Miles Morales: The Ultimate Spider-man #3 Review

ultimate-marvel-miles-morales-the-ultimate-spider-man-issue-3Miles Morales: The Ultimate Spider-man #3

Writer: Brian Michael Bendis

Artist: David Marquez

Colorist: Justin Ponsor

While Miles wrestles with the decision to tell his girlfriend about his secret identity as Spider-man, Peter Parker, who is surprisingly alive again, is nowhere to be found after his short fight with Miles. Meanwhile, with S.H.I.E.L.D. officially out of commission, Norman Osborn a.k.a. the Green Goblin is free and his agenda is unclear to everyone…

The Ups: The issue presents and emphasizes on a lot of moving parts that have been happening since the series began and writer Brian Michael Bendis is, so far, treating the questions created in the series so far like an intricate puzzle where the answer is right in front of you but not put together just yet. How is Peter back? What is Norman’s agenda? Where is Miles’ father? All these questions flow through my head while reading the issue but even though the issue doesn’t answer every question, it does not hinder my reading experience. Bendis’ style of writing has a way of keeping us in the present with the story at that moment. David Marquez’s art style is something that I also enjoy very much. Marquez’s artwork is very subtle in the way he makes the characters faces and expressions very smooth and easy to look at like painting. Also, a little fun fact, if you look closely at the characters in this issue, you can see where Brian Michael Bendis and David Marquez decided to put their likeness into the book. They probably wanted to feel a little bit closer to Miles in his time of need and there’s nothing wrong with that!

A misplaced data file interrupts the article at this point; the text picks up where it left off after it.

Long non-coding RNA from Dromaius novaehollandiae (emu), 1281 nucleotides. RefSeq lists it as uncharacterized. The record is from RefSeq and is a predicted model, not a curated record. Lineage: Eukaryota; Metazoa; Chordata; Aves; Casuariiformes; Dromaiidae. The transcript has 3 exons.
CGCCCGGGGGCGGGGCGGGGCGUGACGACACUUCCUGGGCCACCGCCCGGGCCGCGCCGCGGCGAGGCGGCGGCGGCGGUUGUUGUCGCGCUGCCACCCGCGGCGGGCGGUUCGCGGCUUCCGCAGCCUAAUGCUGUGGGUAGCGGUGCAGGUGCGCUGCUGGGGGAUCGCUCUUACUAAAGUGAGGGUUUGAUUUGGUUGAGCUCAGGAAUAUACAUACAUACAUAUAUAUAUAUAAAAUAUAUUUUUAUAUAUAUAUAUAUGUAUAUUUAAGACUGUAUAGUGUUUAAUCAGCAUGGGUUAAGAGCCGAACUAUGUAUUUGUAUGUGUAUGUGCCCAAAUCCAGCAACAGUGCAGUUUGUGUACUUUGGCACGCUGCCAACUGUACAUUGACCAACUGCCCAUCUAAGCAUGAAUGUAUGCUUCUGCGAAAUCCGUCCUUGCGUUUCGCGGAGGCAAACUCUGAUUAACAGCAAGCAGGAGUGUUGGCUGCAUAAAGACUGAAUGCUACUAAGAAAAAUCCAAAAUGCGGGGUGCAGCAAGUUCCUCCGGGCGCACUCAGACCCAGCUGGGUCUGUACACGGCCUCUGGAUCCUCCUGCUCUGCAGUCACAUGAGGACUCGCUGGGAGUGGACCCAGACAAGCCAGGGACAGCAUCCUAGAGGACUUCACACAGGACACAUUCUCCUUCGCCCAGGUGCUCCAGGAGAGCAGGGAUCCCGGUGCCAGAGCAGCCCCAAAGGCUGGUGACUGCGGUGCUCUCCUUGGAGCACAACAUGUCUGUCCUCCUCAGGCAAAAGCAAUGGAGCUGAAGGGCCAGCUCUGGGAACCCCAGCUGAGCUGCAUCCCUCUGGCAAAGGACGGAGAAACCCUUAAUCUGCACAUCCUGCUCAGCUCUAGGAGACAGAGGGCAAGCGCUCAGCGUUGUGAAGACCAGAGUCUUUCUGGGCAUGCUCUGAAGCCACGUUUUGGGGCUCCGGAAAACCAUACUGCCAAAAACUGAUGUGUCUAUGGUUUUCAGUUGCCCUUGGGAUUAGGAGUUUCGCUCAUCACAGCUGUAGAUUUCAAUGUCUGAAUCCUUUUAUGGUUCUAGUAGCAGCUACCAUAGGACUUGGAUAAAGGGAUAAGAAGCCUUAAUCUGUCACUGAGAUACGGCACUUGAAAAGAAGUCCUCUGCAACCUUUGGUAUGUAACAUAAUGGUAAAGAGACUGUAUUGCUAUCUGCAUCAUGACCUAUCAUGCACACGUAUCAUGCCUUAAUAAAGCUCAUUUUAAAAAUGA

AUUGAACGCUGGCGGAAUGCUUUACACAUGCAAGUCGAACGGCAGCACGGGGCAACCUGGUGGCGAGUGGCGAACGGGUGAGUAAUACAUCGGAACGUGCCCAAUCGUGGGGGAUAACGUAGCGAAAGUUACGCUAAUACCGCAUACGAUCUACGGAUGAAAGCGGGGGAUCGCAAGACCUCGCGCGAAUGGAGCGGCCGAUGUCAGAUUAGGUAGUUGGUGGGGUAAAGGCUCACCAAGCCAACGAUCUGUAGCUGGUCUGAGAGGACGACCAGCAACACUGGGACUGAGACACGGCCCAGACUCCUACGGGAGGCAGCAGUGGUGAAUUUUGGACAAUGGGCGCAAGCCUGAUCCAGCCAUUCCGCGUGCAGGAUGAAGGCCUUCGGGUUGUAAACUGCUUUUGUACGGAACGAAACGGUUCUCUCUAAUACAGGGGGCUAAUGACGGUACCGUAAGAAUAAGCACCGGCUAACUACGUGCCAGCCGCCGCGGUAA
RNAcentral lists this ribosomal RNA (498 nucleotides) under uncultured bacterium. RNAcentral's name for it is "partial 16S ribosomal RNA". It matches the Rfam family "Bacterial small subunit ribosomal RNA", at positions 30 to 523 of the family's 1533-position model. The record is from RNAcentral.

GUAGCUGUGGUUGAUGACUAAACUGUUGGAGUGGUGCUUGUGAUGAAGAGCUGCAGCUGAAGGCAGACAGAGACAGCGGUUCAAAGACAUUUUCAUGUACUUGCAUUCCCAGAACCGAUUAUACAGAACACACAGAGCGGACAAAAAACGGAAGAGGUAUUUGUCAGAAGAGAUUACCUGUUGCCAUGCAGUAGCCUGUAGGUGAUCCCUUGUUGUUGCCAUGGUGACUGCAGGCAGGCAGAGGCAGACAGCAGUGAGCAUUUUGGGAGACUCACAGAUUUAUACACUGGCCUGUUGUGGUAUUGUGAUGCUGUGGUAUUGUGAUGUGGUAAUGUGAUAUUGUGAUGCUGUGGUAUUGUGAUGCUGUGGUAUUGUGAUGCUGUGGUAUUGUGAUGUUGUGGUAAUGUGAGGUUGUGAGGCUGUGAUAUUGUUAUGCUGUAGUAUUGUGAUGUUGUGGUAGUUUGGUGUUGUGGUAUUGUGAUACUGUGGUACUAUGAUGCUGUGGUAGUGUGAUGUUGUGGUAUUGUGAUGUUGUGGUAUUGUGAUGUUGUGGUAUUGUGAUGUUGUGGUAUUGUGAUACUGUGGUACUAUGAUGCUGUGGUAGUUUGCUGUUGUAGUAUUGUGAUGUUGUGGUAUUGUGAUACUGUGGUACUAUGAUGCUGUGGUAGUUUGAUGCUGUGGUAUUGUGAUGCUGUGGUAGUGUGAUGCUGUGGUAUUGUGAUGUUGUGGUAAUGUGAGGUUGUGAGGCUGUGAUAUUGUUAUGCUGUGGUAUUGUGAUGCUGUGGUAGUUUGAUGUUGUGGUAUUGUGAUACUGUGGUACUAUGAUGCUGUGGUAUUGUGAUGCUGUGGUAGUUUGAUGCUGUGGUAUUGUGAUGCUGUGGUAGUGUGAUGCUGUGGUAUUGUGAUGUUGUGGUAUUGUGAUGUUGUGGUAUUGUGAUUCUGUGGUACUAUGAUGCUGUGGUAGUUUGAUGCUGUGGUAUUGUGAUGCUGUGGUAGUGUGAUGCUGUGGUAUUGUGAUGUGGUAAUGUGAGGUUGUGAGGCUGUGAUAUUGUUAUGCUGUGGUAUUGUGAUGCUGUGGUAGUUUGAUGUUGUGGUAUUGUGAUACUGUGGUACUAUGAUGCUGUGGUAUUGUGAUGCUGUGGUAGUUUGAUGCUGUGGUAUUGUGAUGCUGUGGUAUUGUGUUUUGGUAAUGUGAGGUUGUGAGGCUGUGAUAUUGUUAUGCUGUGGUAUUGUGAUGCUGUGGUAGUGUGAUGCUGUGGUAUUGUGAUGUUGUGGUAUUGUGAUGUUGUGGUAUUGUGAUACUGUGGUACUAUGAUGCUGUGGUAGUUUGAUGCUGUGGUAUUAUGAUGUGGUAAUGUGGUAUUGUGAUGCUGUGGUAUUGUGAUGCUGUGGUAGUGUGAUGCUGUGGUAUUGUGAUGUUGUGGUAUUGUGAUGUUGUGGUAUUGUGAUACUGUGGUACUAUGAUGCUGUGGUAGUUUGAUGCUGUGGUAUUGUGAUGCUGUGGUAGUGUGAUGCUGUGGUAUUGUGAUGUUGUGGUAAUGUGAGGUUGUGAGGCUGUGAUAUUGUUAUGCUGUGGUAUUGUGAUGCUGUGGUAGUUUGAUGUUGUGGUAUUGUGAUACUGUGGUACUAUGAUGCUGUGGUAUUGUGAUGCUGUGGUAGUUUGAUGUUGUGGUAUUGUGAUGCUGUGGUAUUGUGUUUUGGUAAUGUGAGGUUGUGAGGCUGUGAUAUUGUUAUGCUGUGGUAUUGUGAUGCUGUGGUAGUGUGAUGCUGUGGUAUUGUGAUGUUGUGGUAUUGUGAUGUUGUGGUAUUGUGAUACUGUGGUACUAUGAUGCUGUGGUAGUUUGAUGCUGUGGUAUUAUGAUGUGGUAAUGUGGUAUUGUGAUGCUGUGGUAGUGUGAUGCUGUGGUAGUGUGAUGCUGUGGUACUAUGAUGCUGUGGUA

The Downs: Justin Ponsor’s colors weren’t all that good this time around. In certain panels the background was almost the same color as the characters in them so I had to look back once or twice to see everything that was going on. In other places his use of very bright and vibrating colors made the actual page hard to look at, but not very often.

Overall: In the end this was a great issue. The thing that truly sells the issue after everything is Miles’ attitude towards the events happening around him. He is just as confused about the questions I stated above as we, the reader, are and that connection makes reading his inner monologue much more interesting. I’m sure Bendis has a plan for these unanswered questions but Miles and all of us will just have to wait patiently for them.

Grade 4 of 5


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